Genetic homogeneity of a recently introduced pathogen of chickpea, Ascochyta rabiei, to Australia
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The study examined the genetic structure and potential for adaption to host genotype of Ascochyta rabiei, a major necrotrophic fungal pathogen of chickpea. For this, A. rabiei populations derived from six major chickpea growing regions in Australia were characterized using 20 polymorphic microsatellite markers. The overall gene (H = 0.094) and genotypic (D = 0.80) diversities among the entire population were low, indicating the establishment of a recent founder population. Since, no significant genetic differentiation was detected among growing regions, subsequent anthropogenic dispersal was proposed, mainly through seed movement. The highest genotypic diversity and allelic richness was detected at Kingsford, South Australia, thought to be one of the sites of industry establishment in the 1970s and hence the centre of introduction. Despite assessing 206 isolates collected in 2010 from host genotypes with differential disease responses, no significant co-occurrence of fungal haplotype with host genotype was detected. Rather a single haplotype that accounted for 70 % of the total isolates assessed was detected on all host genotypes assessed and from all regions. Therefore, we propose that up until 2010, host reaction was not a major influence on the Australian A. rabiei population structure. Additionally, the detection of a single mating type only, MAT1-2 indicated asexual reproduction, further influencing low haplotype diversity and resulting in a population comprising of multiple clones with relatively few haplotypes compared to populations in other continents.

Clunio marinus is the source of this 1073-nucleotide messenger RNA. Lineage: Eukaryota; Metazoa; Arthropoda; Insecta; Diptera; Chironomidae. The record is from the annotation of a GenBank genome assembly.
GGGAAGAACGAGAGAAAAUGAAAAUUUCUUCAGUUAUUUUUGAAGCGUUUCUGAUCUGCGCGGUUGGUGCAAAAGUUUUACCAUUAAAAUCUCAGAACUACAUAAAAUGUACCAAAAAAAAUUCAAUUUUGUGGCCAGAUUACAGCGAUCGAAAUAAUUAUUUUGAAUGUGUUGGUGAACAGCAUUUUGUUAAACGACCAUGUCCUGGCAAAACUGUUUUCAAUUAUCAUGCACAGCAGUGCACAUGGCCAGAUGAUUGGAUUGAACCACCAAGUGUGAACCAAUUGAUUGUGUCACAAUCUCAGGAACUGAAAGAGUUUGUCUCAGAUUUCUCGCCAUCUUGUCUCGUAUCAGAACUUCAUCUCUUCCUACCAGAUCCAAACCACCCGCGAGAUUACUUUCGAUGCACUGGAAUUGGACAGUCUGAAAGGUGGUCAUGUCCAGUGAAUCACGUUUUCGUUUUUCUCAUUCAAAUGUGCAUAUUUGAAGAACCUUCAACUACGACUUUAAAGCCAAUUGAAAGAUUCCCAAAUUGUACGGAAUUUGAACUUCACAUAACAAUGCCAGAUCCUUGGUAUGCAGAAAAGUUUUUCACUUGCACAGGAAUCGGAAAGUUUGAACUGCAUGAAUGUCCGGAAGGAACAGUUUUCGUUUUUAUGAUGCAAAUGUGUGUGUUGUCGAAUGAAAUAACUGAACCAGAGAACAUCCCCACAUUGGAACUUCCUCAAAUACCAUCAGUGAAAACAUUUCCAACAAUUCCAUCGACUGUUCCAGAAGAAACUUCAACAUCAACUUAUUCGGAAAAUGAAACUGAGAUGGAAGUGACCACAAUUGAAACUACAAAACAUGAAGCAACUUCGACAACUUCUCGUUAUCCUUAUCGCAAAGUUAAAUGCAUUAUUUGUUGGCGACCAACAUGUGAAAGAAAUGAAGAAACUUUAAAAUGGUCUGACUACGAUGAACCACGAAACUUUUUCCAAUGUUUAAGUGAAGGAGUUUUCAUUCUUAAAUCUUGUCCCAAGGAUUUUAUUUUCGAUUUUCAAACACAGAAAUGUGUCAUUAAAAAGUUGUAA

Copyright 2015 Springer Netherlands. This is an electronic version of an article published in Biological Invasions, February 2015, Volume 17, Issue 2, pp 609–623. Biological Invasions is available online at: http://link.springer.com/ with the open URL of your article.
Population, Ecological and Evolutionary Genetics